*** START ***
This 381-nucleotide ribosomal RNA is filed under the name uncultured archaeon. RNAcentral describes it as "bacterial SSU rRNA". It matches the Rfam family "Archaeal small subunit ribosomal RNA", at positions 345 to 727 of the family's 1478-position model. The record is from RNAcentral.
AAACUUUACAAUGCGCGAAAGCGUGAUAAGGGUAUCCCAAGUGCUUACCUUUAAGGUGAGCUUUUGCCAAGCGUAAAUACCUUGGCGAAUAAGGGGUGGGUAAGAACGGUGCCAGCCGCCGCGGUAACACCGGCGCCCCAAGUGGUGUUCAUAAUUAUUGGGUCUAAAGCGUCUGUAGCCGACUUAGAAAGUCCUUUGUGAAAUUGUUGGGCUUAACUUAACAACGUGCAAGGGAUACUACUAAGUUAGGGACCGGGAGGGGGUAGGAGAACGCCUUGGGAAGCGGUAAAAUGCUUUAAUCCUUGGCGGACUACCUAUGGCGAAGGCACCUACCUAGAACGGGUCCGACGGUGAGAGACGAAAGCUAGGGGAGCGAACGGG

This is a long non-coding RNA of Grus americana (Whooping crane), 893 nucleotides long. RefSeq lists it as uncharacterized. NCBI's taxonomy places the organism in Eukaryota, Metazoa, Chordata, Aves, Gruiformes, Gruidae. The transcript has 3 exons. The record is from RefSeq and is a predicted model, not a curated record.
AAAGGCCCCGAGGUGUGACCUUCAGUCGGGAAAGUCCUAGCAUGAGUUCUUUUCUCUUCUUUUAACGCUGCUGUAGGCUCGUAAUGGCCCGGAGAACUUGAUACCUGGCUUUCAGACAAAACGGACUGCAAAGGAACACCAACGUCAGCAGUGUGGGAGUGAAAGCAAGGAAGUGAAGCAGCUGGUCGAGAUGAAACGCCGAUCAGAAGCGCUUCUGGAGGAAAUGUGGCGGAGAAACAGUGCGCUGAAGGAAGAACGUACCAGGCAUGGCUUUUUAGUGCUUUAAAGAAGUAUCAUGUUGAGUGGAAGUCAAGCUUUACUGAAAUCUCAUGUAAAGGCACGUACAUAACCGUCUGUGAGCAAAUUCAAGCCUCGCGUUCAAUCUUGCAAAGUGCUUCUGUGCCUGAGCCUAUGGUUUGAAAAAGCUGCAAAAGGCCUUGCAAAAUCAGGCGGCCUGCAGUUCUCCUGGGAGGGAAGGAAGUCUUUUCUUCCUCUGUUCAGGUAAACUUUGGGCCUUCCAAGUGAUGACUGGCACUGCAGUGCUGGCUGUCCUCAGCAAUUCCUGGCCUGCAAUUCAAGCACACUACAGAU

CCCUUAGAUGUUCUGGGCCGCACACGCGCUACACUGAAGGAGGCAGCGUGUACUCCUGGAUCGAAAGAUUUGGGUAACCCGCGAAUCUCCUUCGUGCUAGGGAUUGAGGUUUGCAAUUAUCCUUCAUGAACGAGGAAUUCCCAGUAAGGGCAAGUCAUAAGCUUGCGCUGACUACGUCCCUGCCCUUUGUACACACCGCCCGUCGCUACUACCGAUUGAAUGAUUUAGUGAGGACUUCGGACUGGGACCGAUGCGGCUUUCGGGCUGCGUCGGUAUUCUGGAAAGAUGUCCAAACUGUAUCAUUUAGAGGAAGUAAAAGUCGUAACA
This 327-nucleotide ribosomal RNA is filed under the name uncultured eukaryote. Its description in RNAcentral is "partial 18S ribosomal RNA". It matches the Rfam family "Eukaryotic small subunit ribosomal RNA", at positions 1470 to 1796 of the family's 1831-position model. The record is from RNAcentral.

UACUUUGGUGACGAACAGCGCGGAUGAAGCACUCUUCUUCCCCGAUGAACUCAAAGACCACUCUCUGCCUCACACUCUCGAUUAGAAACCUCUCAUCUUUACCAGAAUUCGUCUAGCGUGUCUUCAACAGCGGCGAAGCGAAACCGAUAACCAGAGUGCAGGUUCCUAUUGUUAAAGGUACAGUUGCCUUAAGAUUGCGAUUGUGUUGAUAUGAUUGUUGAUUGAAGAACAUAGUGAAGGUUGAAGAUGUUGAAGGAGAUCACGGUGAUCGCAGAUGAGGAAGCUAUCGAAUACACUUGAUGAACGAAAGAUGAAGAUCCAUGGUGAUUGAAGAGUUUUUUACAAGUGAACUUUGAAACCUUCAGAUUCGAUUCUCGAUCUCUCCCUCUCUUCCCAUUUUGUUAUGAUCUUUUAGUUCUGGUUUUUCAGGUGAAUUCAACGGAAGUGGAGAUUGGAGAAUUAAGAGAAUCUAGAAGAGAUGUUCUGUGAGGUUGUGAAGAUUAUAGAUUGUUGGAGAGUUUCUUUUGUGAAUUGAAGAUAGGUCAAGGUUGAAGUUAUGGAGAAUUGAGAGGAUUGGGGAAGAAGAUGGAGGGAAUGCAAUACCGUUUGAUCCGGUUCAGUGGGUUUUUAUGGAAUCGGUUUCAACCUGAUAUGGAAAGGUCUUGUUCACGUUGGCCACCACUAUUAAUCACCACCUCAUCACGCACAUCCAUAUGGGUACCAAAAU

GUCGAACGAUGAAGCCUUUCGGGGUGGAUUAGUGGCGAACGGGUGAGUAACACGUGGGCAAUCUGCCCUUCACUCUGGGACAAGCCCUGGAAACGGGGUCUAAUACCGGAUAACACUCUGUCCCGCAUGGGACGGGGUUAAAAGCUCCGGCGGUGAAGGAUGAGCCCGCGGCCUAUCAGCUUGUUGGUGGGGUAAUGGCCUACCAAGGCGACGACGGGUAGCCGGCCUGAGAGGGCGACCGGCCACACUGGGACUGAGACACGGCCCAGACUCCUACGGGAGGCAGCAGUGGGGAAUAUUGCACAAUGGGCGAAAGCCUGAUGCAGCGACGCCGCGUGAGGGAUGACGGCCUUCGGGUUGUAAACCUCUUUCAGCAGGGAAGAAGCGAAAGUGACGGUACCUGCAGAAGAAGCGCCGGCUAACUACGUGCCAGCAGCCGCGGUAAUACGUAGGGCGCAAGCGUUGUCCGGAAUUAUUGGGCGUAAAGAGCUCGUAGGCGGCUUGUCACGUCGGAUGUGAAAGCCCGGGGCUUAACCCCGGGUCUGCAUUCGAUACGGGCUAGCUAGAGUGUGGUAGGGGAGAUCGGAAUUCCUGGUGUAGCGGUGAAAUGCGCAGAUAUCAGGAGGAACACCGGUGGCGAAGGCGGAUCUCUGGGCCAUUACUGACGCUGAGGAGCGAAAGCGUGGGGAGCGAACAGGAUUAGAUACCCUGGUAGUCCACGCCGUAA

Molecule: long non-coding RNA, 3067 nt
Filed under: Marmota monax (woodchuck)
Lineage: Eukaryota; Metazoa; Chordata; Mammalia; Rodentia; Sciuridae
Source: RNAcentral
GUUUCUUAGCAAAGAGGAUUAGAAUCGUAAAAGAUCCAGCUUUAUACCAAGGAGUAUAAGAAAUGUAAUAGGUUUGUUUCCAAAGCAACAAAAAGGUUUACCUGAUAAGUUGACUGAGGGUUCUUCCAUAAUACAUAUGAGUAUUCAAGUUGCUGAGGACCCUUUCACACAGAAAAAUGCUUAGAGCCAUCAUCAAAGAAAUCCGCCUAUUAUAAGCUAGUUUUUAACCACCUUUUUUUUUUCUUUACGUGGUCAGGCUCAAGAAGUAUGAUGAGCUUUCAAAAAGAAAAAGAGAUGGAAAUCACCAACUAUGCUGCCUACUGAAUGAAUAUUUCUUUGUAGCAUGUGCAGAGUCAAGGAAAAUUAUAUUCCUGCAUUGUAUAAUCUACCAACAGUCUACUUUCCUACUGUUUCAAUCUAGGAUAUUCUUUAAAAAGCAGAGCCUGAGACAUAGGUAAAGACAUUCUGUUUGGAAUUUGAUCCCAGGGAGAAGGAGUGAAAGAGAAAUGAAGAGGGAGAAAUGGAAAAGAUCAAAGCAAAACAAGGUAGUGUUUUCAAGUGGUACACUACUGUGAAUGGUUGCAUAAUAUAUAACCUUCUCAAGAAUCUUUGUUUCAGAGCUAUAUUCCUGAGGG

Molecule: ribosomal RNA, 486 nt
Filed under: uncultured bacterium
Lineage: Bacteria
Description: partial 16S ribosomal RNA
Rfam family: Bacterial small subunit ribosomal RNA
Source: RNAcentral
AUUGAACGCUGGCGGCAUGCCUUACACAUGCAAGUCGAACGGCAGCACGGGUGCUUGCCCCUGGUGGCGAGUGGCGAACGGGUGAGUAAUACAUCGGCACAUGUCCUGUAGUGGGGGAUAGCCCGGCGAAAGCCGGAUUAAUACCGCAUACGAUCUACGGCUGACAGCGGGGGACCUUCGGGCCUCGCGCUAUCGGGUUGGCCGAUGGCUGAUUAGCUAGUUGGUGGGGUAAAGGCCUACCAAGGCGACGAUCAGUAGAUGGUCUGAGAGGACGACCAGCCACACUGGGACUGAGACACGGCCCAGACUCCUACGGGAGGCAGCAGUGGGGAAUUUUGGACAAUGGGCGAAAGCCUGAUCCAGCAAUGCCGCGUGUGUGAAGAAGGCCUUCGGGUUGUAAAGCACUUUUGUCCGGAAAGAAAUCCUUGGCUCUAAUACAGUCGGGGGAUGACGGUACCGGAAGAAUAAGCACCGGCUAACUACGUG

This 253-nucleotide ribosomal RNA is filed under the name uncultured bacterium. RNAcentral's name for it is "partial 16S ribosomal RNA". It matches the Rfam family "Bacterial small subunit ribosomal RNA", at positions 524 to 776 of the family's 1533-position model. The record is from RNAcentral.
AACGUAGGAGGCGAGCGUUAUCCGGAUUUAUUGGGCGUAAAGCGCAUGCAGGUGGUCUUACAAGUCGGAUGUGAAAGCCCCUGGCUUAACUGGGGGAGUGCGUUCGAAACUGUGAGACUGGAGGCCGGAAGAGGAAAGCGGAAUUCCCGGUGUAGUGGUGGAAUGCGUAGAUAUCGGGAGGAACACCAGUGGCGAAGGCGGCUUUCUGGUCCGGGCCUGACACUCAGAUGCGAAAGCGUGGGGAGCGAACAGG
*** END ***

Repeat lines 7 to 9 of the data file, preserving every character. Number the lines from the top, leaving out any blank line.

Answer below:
UACUUUGGUGACGAACAGCGCGGAUGAAGCACUCUUCUUCCCCGAUGAACUCAAAGACCACUCUCUGCCUCACACUCUCGAUUAGAAACCUCUCAUCUUUACCAGAAUUCGUCUAGCGUGUCUUCAACAGCGGCGAAGCGAAACCGAUAACCAGAGUGCAGGUUCCUAUUGUUAAAGGUACAGUUGCCUUAAGAUUGCGAUUGUGUUGAUAUGAUUGUUGAUUGAAGAACAUAGUGAAGGUUGAAGAUGUUGAAGGAGAUCACGGUGAUCGCAGAUGAGGAAGCUAUCGAAUACACUUGAUGAACGAAAGAUGAAGAUCCAUGGUGAUUGAAGAGUUUUUUACAAGUGAACUUUGAAACCUUCAGAUUCGAUUCUCGAUCUCUCCCUCUCUUCCCAUUUUGUUAUGAUCUUUUAGUUCUGGUUUUUCAGGUGAAUUCAACGGAAGUGGAGAUUGGAGAAUUAAGAGAAUCUAGAAGAGAUGUUCUGUGAGGUUGUGAAGAUUAUAGAUUGUUGGAGAGUUUCUUUUGUGAAUUGAAGAUAGGUCAAGGUUGAAGUUAUGGAGAAUUGAGAGGAUUGGGGAAGAAGAUGGAGGGAAUGCAAUACCGUUUGAUCCGGUUCAGUGGGUUUUUAUGGAAUCGGUUUCAACCUGAUAUGGAAAGGUCUUGUUCACGUUGGCCACCACUAUUAAUCACCACCUCAUCACGCACAUCCAUAUGGGUACCAAAAU

GUCGAACGAUGAAGCCUUUCGGGGUGGAUUAGUGGCGAACGGGUGAGUAACACGUGGGCAAUCUGCCCUUCACUCUGGGACAAGCCCUGGAAACGGGGUCUAAUACCGGAUAACACUCUGUCCCGCAUGGGACGGGGUUAAAAGCUCCGGCGGUGAAGGAUGAGCCCGCGGCCUAUCAGCUUGUUGGUGGGGUAAUGGCCUACCAAGGCGACGACGGGUAGCCGGCCUGAGAGGGCGACCGGCCACACUGGGACUGAGACACGGCCCAGACUCCUACGGGAGGCAGCAGUGGGGAAUAUUGCACAAUGGGCGAAAGCCUGAUGCAGCGACGCCGCGUGAGGGAUGACGGCCUUCGGGUUGUAAACCUCUUUCAGCAGGGAAGAAGCGAAAGUGACGGUACCUGCAGAAGAAGCGCCGGCUAACUACGUGCCAGCAGCCGCGGUAAUACGUAGGGCGCAAGCGUUGUCCGGAAUUAUUGGGCGUAAAGAGCUCGUAGGCGGCUUGUCACGUCGGAUGUGAAAGCCCGGGGCUUAACCCCGGGUCUGCAUUCGAUACGGGCUAGCUAGAGUGUGGUAGGGGAGAUCGGAAUUCCUGGUGUAGCGGUGAAAUGCGCAGAUAUCAGGAGGAACACCGGUGGCGAAGGCGGAUCUCUGGGCCAUUACUGACGCUGAGGAGCGAAAGCGUGGGGAGCGAACAGGAUUAGAUACCCUGGUAGUCCACGCCGUAA

Molecule: long non-coding RNA, 3067 nt